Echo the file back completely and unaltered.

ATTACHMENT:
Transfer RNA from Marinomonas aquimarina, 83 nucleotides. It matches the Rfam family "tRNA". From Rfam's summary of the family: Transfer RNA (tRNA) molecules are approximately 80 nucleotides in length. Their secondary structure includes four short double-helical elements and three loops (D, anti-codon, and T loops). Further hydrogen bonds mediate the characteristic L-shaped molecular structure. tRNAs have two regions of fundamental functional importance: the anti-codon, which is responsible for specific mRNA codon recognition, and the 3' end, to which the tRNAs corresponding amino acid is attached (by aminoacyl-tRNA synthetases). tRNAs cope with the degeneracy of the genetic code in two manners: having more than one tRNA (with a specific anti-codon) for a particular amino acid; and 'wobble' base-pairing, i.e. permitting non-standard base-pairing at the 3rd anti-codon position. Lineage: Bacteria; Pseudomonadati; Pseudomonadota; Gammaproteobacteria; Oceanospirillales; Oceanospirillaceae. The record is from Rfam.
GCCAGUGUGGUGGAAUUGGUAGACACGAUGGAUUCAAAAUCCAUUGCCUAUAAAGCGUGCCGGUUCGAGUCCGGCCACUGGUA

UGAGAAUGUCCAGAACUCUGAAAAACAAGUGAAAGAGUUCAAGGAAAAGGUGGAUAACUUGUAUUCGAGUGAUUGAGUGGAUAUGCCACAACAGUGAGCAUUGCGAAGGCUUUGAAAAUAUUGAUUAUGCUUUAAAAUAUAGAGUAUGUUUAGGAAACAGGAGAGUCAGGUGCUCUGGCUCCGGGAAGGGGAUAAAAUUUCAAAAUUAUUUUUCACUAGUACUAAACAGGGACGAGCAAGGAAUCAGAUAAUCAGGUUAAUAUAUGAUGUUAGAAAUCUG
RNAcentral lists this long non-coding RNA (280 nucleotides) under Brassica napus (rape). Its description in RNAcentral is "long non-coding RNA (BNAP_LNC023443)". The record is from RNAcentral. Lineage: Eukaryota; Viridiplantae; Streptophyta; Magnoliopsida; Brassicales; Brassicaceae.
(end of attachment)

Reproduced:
Transfer RNA from Marinomonas aquimarina, 83 nucleotides. It matches the Rfam family "tRNA". From Rfam's summary of the family: Transfer RNA (tRNA) molecules are approximately 80 nucleotides in length. Their secondary structure includes four short double-helical elements and three loops (D, anti-codon, and T loops). Further hydrogen bonds mediate the characteristic L-shaped molecular structure. tRNAs have two regions of fundamental functional importance: the anti-codon, which is responsible for specific mRNA codon recognition, and the 3' end, to which the tRNAs corresponding amino acid is attached (by aminoacyl-tRNA synthetases). tRNAs cope with the degeneracy of the genetic code in two manners: having more than one tRNA (with a specific anti-codon) for a particular amino acid; and 'wobble' base-pairing, i.e. permitting non-standard base-pairing at the 3rd anti-codon position. Lineage: Bacteria; Pseudomonadati; Pseudomonadota; Gammaproteobacteria; Oceanospirillales; Oceanospirillaceae. The record is from Rfam.
GCCAGUGUGGUGGAAUUGGUAGACACGAUGGAUUCAAAAUCCAUUGCCUAUAAAGCGUGCCGGUUCGAGUCCGGCCACUGGUA

UGAGAAUGUCCAGAACUCUGAAAAACAAGUGAAAGAGUUCAAGGAAAAGGUGGAUAACUUGUAUUCGAGUGAUUGAGUGGAUAUGCCACAACAGUGAGCAUUGCGAAGGCUUUGAAAAUAUUGAUUAUGCUUUAAAAUAUAGAGUAUGUUUAGGAAACAGGAGAGUCAGGUGCUCUGGCUCCGGGAAGGGGAUAAAAUUUCAAAAUUAUUUUUCACUAGUACUAAACAGGGACGAGCAAGGAAUCAGAUAAUCAGGUUAAUAUAUGAUGUUAGAAAUCUG
RNAcentral lists this long non-coding RNA (280 nucleotides) under Brassica napus (rape). Its description in RNAcentral is "long non-coding RNA (BNAP_LNC023443)". The record is from RNAcentral. Lineage: Eukaryota; Viridiplantae; Streptophyta; Magnoliopsida; Brassicales; Brassicaceae.